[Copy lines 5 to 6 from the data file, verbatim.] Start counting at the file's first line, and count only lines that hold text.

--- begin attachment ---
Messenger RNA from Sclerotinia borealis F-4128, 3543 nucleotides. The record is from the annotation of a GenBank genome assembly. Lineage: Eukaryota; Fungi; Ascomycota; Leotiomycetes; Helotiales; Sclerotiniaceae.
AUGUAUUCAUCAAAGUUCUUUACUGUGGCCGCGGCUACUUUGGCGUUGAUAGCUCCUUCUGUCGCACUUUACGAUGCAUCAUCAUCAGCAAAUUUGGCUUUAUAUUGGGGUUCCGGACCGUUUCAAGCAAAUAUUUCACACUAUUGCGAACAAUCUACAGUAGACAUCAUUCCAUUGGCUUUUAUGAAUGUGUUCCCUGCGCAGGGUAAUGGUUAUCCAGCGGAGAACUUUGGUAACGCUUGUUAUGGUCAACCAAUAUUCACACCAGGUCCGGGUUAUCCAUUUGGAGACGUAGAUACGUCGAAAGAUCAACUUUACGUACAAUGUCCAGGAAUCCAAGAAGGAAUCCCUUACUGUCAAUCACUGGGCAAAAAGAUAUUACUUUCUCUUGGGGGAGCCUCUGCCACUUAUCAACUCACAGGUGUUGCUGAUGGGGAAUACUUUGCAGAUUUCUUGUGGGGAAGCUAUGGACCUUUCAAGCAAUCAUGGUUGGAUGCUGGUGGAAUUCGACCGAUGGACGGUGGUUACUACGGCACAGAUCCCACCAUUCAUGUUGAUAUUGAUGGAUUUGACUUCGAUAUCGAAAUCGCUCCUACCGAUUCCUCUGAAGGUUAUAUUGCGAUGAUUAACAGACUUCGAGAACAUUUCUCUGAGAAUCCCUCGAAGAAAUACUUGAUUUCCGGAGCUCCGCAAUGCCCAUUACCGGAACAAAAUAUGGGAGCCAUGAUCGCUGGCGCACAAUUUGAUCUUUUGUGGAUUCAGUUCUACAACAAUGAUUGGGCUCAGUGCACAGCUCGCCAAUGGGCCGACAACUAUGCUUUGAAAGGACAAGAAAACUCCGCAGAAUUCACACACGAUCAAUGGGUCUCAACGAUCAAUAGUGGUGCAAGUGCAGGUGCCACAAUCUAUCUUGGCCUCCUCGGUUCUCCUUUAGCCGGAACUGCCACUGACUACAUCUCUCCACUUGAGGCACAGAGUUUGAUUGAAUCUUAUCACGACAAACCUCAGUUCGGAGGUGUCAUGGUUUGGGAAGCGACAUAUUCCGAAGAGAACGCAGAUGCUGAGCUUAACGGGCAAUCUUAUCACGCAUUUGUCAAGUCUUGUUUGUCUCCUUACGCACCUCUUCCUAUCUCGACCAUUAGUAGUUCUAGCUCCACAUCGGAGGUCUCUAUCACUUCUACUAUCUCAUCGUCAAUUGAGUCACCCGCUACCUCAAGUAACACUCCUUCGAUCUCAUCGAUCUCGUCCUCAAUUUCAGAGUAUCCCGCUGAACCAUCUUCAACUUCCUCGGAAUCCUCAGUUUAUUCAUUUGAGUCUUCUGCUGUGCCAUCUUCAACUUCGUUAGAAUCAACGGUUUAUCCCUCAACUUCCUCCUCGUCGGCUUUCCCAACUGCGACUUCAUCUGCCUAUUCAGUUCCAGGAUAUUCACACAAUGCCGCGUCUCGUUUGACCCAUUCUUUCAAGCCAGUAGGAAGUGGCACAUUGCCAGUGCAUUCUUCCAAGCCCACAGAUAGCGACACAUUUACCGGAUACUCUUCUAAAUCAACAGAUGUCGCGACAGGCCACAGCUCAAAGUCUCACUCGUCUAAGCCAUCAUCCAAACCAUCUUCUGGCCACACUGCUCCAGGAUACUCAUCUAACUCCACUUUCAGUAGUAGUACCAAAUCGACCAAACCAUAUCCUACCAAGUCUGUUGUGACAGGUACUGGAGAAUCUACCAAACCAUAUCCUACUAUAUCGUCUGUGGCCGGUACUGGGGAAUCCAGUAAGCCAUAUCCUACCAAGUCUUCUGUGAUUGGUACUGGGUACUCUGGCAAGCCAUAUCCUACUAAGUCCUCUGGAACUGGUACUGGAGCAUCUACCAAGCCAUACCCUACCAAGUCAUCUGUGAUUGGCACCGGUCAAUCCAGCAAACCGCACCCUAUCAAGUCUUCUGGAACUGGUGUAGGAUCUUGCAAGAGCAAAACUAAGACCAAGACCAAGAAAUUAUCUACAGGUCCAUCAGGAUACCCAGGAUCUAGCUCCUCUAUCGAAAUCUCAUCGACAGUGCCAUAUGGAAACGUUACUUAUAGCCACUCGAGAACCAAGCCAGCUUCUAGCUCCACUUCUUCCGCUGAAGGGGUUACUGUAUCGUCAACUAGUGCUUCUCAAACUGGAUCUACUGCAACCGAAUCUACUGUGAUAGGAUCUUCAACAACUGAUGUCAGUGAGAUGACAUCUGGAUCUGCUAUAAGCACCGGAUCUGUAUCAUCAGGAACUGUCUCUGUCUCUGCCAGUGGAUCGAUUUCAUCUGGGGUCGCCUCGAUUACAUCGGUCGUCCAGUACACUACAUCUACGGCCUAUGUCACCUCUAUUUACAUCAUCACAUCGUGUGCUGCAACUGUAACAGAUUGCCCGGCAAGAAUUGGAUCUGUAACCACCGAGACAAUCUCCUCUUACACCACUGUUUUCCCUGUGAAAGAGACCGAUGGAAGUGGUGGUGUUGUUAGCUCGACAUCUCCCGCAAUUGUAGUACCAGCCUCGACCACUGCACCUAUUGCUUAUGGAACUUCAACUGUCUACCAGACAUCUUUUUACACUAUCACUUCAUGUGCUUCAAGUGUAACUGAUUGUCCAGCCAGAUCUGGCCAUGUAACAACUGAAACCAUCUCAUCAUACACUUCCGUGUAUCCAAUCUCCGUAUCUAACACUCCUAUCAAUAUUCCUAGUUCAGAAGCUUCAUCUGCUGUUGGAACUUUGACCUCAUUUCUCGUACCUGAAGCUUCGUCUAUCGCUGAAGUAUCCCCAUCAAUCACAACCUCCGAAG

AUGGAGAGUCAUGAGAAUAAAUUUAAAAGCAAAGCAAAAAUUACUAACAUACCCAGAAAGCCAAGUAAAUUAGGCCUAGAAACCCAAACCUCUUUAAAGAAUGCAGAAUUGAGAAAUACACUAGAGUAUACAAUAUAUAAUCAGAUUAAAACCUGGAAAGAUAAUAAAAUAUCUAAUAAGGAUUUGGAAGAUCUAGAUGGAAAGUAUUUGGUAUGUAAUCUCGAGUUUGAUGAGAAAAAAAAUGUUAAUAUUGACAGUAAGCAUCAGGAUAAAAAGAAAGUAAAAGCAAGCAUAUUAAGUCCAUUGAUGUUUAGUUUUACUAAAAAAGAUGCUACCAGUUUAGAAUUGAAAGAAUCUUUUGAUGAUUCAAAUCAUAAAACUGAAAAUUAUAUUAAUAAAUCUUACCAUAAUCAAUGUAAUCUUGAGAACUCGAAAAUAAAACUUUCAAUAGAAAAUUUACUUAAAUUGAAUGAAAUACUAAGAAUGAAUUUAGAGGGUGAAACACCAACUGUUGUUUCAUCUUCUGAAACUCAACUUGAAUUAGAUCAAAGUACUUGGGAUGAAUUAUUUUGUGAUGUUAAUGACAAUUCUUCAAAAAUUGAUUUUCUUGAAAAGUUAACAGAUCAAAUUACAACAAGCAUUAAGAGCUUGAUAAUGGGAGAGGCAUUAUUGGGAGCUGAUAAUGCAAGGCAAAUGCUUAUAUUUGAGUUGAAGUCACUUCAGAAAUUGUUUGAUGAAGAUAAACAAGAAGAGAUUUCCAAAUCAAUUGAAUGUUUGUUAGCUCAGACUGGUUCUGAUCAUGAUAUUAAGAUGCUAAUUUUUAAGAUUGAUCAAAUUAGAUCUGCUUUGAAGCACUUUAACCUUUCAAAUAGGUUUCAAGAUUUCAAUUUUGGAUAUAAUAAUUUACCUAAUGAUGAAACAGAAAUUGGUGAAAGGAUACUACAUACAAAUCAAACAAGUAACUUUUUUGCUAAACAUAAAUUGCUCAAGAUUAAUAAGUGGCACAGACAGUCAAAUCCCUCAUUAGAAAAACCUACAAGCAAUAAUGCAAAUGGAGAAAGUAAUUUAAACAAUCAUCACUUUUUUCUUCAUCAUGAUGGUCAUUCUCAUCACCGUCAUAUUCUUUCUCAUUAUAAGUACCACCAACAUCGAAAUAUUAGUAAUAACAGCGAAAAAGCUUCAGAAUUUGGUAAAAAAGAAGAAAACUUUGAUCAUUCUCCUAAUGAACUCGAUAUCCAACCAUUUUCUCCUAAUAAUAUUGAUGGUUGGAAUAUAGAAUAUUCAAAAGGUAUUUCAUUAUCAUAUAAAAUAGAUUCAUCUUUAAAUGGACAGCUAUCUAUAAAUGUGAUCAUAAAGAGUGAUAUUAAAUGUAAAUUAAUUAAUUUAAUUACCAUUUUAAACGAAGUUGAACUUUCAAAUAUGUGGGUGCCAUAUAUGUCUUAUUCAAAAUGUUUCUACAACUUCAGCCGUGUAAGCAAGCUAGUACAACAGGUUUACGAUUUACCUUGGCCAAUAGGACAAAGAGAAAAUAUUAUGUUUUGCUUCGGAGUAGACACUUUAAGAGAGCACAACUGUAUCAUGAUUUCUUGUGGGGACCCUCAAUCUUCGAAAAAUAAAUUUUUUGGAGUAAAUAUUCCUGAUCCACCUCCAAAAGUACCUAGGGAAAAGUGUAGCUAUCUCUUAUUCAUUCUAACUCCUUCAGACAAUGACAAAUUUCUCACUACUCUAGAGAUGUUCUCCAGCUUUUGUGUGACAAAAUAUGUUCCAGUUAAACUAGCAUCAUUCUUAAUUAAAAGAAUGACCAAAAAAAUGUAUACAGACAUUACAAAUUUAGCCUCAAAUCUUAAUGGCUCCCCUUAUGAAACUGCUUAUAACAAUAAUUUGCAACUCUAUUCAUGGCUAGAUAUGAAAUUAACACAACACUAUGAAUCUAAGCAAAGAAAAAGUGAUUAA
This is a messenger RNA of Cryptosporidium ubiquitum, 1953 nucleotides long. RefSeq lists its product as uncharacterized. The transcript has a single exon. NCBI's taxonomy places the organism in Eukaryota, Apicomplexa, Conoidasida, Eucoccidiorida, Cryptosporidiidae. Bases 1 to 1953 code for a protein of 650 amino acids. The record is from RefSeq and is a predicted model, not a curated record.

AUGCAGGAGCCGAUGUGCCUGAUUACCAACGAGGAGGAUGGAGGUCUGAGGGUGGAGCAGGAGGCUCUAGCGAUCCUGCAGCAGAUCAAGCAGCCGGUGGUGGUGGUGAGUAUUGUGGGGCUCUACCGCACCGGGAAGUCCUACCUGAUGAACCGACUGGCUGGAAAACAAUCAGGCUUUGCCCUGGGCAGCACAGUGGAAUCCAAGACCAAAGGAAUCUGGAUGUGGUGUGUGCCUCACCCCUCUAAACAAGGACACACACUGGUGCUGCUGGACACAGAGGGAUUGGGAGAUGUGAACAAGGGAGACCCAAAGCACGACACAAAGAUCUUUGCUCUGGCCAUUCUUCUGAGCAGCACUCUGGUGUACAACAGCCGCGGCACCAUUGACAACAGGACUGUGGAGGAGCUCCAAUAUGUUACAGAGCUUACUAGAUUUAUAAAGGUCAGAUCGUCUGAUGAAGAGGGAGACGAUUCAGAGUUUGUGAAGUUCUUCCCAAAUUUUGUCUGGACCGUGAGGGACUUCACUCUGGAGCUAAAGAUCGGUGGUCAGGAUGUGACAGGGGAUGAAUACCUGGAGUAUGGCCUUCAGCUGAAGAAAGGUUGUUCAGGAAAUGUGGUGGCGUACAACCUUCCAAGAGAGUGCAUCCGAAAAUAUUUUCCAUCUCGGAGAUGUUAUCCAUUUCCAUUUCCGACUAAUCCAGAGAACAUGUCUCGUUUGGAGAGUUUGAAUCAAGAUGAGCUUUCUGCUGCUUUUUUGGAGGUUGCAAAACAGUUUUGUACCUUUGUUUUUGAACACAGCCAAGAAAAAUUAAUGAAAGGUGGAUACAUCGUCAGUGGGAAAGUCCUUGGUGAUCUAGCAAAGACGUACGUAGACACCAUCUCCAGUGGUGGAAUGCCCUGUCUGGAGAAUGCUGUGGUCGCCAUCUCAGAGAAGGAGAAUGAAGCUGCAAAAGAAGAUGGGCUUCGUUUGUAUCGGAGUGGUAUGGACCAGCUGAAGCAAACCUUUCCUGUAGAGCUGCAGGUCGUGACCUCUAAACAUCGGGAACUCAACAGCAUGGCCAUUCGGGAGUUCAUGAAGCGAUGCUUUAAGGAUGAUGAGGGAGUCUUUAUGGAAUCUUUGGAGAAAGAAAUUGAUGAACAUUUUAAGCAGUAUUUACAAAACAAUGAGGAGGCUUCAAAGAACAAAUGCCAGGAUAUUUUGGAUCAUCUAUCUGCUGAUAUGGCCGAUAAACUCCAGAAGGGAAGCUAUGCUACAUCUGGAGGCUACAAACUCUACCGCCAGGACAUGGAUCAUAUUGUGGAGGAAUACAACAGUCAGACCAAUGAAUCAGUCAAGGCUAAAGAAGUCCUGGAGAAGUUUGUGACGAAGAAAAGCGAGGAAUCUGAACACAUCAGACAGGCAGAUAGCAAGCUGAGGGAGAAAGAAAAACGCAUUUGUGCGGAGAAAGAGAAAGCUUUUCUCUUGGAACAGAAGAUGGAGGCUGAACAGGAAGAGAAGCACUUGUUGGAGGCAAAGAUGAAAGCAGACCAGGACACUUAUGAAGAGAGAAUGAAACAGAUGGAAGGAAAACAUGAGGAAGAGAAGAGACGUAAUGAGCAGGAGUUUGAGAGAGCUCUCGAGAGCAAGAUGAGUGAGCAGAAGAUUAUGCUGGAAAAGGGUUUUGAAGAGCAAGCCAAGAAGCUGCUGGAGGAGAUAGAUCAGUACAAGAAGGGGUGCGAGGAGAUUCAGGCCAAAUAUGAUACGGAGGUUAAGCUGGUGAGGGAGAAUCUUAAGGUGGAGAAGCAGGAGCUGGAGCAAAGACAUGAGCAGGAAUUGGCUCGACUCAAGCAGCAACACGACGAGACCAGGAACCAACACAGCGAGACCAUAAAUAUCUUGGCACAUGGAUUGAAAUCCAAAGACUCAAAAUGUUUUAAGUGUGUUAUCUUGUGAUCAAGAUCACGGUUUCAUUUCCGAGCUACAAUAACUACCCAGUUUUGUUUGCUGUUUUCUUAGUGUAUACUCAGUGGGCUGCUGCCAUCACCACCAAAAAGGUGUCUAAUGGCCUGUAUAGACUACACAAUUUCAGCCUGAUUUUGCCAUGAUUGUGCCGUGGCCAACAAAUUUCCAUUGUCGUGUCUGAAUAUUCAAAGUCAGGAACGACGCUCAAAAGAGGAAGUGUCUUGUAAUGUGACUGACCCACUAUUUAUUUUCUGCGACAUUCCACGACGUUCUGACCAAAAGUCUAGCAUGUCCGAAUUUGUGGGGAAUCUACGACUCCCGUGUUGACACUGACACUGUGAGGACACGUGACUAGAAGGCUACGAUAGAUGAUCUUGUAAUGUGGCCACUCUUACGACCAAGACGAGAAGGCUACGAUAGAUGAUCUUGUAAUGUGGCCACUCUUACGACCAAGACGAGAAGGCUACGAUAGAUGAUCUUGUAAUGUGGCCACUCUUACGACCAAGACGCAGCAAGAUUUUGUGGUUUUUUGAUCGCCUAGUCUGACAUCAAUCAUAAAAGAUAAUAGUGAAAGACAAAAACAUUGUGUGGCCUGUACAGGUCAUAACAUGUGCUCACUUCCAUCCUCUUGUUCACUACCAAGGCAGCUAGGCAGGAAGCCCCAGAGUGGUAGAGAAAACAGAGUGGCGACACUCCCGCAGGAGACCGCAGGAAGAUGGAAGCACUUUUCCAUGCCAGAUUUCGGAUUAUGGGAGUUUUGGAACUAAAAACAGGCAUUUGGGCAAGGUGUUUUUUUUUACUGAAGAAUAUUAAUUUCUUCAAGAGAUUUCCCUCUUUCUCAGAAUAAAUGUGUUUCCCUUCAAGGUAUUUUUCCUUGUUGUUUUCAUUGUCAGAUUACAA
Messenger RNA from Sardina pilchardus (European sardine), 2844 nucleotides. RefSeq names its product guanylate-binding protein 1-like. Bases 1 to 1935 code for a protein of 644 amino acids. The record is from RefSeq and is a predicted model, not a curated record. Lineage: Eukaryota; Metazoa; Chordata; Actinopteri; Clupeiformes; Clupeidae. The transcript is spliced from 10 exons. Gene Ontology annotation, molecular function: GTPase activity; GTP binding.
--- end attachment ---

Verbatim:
AUGCAGGAGCCGAUGUGCCUGAUUACCAACGAGGAGGAUGGAGGUCUGAGGGUGGAGCAGGAGGCUCUAGCGAUCCUGCAGCAGAUCAAGCAGCCGGUGGUGGUGGUGAGUAUUGUGGGGCUCUACCGCACCGGGAAGUCCUACCUGAUGAACCGACUGGCUGGAAAACAAUCAGGCUUUGCCCUGGGCAGCACAGUGGAAUCCAAGACCAAAGGAAUCUGGAUGUGGUGUGUGCCUCACCCCUCUAAACAAGGACACACACUGGUGCUGCUGGACACAGAGGGAUUGGGAGAUGUGAACAAGGGAGACCCAAAGCACGACACAAAGAUCUUUGCUCUGGCCAUUCUUCUGAGCAGCACUCUGGUGUACAACAGCCGCGGCACCAUUGACAACAGGACUGUGGAGGAGCUCCAAUAUGUUACAGAGCUUACUAGAUUUAUAAAGGUCAGAUCGUCUGAUGAAGAGGGAGACGAUUCAGAGUUUGUGAAGUUCUUCCCAAAUUUUGUCUGGACCGUGAGGGACUUCACUCUGGAGCUAAAGAUCGGUGGUCAGGAUGUGACAGGGGAUGAAUACCUGGAGUAUGGCCUUCAGCUGAAGAAAGGUUGUUCAGGAAAUGUGGUGGCGUACAACCUUCCAAGAGAGUGCAUCCGAAAAUAUUUUCCAUCUCGGAGAUGUUAUCCAUUUCCAUUUCCGACUAAUCCAGAGAACAUGUCUCGUUUGGAGAGUUUGAAUCAAGAUGAGCUUUCUGCUGCUUUUUUGGAGGUUGCAAAACAGUUUUGUACCUUUGUUUUUGAACACAGCCAAGAAAAAUUAAUGAAAGGUGGAUACAUCGUCAGUGGGAAAGUCCUUGGUGAUCUAGCAAAGACGUACGUAGACACCAUCUCCAGUGGUGGAAUGCCCUGUCUGGAGAAUGCUGUGGUCGCCAUCUCAGAGAAGGAGAAUGAAGCUGCAAAAGAAGAUGGGCUUCGUUUGUAUCGGAGUGGUAUGGACCAGCUGAAGCAAACCUUUCCUGUAGAGCUGCAGGUCGUGACCUCUAAACAUCGGGAACUCAACAGCAUGGCCAUUCGGGAGUUCAUGAAGCGAUGCUUUAAGGAUGAUGAGGGAGUCUUUAUGGAAUCUUUGGAGAAAGAAAUUGAUGAACAUUUUAAGCAGUAUUUACAAAACAAUGAGGAGGCUUCAAAGAACAAAUGCCAGGAUAUUUUGGAUCAUCUAUCUGCUGAUAUGGCCGAUAAACUCCAGAAGGGAAGCUAUGCUACAUCUGGAGGCUACAAACUCUACCGCCAGGACAUGGAUCAUAUUGUGGAGGAAUACAACAGUCAGACCAAUGAAUCAGUCAAGGCUAAAGAAGUCCUGGAGAAGUUUGUGACGAAGAAAAGCGAGGAAUCUGAACACAUCAGACAGGCAGAUAGCAAGCUGAGGGAGAAAGAAAAACGCAUUUGUGCGGAGAAAGAGAAAGCUUUUCUCUUGGAACAGAAGAUGGAGGCUGAACAGGAAGAGAAGCACUUGUUGGAGGCAAAGAUGAAAGCAGACCAGGACACUUAUGAAGAGAGAAUGAAACAGAUGGAAGGAAAACAUGAGGAAGAGAAGAGACGUAAUGAGCAGGAGUUUGAGAGAGCUCUCGAGAGCAAGAUGAGUGAGCAGAAGAUUAUGCUGGAAAAGGGUUUUGAAGAGCAAGCCAAGAAGCUGCUGGAGGAGAUAGAUCAGUACAAGAAGGGGUGCGAGGAGAUUCAGGCCAAAUAUGAUACGGAGGUUAAGCUGGUGAGGGAGAAUCUUAAGGUGGAGAAGCAGGAGCUGGAGCAAAGACAUGAGCAGGAAUUGGCUCGACUCAAGCAGCAACACGACGAGACCAGGAACCAACACAGCGAGACCAUAAAUAUCUUGGCACAUGGAUUGAAAUCCAAAGACUCAAAAUGUUUUAAGUGUGUUAUCUUGUGAUCAAGAUCACGGUUUCAUUUCCGAGCUACAAUAACUACCCAGUUUUGUUUGCUGUUUUCUUAGUGUAUACUCAGUGGGCUGCUGCCAUCACCACCAAAAAGGUGUCUAAUGGCCUGUAUAGACUACACAAUUUCAGCCUGAUUUUGCCAUGAUUGUGCCGUGGCCAACAAAUUUCCAUUGUCGUGUCUGAAUAUUCAAAGUCAGGAACGACGCUCAAAAGAGGAAGUGUCUUGUAAUGUGACUGACCCACUAUUUAUUUUCUGCGACAUUCCACGACGUUCUGACCAAAAGUCUAGCAUGUCCGAAUUUGUGGGGAAUCUACGACUCCCGUGUUGACACUGACACUGUGAGGACACGUGACUAGAAGGCUACGAUAGAUGAUCUUGUAAUGUGGCCACUCUUACGACCAAGACGAGAAGGCUACGAUAGAUGAUCUUGUAAUGUGGCCACUCUUACGACCAAGACGAGAAGGCUACGAUAGAUGAUCUUGUAAUGUGGCCACUCUUACGACCAAGACGCAGCAAGAUUUUGUGGUUUUUUGAUCGCCUAGUCUGACAUCAAUCAUAAAAGAUAAUAGUGAAAGACAAAAACAUUGUGUGGCCUGUACAGGUCAUAACAUGUGCUCACUUCCAUCCUCUUGUUCACUACCAAGGCAGCUAGGCAGGAAGCCCCAGAGUGGUAGAGAAAACAGAGUGGCGACACUCCCGCAGGAGACCGCAGGAAGAUGGAAGCACUUUUCCAUGCCAGAUUUCGGAUUAUGGGAGUUUUGGAACUAAAAACAGGCAUUUGGGCAAGGUGUUUUUUUUUACUGAAGAAUAUUAAUUUCUUCAAGAGAUUUCCCUCUUUCUCAGAAUAAAUGUGUUUCCCUUCAAGGUAUUUUUCCUUGUUGUUUUCAUUGUCAGAUUACAA
Messenger RNA from Sardina pilchardus (European sardine), 2844 nucleotides. RefSeq names its product guanylate-binding protein 1-like. Bases 1 to 1935 code for a protein of 644 amino acids. The record is from RefSeq and is a predicted model, not a curated record. Lineage: Eukaryota; Metazoa; Chordata; Actinopteri; Clupeiformes; Clupeidae. The transcript is spliced from 10 exons. Gene Ontology annotation, molecular function: GTPase activity; GTP binding.